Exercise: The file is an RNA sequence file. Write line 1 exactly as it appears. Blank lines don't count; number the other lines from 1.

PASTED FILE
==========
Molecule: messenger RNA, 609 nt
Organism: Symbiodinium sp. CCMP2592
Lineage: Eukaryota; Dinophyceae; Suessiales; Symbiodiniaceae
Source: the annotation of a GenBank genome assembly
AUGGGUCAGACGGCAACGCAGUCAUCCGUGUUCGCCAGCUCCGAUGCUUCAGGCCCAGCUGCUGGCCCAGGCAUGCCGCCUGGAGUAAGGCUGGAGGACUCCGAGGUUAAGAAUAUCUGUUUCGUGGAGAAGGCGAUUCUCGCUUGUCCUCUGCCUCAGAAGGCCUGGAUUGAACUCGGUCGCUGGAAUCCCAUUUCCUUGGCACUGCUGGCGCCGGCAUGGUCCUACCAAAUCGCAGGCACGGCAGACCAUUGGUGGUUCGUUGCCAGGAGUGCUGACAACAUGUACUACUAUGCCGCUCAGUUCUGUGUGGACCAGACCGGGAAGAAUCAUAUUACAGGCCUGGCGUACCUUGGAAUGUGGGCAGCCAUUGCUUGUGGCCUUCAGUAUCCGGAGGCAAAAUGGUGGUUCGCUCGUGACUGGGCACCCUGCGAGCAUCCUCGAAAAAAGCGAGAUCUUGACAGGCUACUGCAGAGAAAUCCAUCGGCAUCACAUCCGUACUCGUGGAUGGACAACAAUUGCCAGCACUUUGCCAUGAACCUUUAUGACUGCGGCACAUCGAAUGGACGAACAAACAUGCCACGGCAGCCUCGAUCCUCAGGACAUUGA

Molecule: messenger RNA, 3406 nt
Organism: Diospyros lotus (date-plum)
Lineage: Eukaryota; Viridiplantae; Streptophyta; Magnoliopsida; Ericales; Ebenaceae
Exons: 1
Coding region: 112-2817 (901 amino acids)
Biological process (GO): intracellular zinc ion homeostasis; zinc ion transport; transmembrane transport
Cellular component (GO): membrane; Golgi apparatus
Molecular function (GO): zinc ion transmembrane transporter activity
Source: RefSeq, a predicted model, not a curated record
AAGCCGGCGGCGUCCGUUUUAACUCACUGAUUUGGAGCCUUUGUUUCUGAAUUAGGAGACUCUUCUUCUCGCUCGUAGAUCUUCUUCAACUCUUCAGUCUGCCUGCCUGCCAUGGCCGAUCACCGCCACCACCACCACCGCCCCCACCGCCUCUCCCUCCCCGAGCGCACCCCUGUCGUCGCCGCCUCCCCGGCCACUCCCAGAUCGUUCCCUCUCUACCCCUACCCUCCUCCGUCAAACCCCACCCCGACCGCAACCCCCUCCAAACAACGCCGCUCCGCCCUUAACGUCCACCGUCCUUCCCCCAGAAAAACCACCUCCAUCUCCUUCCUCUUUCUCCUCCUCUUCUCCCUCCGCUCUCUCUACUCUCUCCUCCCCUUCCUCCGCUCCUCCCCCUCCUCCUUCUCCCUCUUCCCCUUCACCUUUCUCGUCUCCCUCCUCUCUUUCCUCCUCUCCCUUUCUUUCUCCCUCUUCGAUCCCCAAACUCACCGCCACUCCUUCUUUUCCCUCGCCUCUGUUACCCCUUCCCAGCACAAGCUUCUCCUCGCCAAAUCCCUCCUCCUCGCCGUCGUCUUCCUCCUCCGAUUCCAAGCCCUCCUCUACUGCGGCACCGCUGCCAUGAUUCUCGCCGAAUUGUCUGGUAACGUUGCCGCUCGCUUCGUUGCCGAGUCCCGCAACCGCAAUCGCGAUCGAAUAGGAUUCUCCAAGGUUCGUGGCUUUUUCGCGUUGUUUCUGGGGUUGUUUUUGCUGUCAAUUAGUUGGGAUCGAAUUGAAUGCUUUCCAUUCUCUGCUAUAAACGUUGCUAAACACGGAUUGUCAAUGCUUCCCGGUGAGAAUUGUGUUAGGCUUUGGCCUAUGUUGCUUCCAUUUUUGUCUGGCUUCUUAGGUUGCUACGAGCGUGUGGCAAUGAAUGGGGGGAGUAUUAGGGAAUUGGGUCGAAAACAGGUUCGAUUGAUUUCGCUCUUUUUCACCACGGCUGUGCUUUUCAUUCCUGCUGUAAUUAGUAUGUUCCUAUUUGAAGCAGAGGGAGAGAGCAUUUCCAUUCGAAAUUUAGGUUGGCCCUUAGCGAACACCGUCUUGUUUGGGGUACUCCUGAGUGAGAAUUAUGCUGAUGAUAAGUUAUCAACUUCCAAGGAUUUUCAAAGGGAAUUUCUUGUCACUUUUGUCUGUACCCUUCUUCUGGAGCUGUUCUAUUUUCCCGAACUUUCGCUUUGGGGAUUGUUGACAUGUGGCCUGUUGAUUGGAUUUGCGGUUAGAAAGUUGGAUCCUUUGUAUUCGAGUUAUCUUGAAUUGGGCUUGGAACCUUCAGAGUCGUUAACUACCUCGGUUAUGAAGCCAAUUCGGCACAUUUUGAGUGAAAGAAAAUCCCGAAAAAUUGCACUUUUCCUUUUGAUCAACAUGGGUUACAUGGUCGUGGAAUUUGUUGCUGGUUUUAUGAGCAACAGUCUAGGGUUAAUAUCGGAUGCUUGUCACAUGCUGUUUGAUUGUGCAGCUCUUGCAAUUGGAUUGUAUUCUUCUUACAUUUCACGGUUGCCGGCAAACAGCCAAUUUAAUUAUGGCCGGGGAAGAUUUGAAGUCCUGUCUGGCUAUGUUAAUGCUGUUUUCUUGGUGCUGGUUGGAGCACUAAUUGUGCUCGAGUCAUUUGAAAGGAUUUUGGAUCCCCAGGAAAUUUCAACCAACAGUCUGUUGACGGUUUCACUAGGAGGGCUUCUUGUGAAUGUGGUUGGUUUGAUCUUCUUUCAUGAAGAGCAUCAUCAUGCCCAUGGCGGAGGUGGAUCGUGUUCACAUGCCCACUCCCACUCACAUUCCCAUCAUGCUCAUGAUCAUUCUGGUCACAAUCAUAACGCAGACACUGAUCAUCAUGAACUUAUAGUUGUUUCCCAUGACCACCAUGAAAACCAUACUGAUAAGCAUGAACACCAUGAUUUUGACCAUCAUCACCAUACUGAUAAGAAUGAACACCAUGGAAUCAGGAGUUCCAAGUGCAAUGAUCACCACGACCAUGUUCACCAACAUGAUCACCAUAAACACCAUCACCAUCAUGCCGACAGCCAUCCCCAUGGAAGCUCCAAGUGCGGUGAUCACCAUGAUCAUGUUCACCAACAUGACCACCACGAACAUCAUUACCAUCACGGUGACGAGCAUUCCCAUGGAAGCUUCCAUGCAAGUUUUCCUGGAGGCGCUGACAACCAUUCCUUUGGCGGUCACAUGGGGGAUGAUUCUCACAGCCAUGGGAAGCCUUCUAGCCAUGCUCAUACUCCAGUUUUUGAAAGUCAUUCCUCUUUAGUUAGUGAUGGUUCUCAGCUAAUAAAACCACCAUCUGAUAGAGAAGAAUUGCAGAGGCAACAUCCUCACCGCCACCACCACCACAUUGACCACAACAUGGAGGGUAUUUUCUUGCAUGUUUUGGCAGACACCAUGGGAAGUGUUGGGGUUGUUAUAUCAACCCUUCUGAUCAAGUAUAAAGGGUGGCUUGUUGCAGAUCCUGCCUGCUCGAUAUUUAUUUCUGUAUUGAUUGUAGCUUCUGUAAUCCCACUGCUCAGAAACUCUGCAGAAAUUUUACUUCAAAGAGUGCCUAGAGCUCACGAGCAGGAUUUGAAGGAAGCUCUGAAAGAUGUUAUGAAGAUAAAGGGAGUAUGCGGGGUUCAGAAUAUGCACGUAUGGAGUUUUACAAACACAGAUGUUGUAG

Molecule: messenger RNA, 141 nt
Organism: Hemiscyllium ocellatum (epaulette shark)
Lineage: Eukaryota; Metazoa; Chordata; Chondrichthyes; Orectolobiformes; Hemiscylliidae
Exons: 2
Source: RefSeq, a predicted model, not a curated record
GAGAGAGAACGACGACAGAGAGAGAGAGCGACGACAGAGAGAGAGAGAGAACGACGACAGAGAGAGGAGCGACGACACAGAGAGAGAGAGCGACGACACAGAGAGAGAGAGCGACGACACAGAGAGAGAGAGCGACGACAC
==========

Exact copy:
Molecule: messenger RNA, 609 nt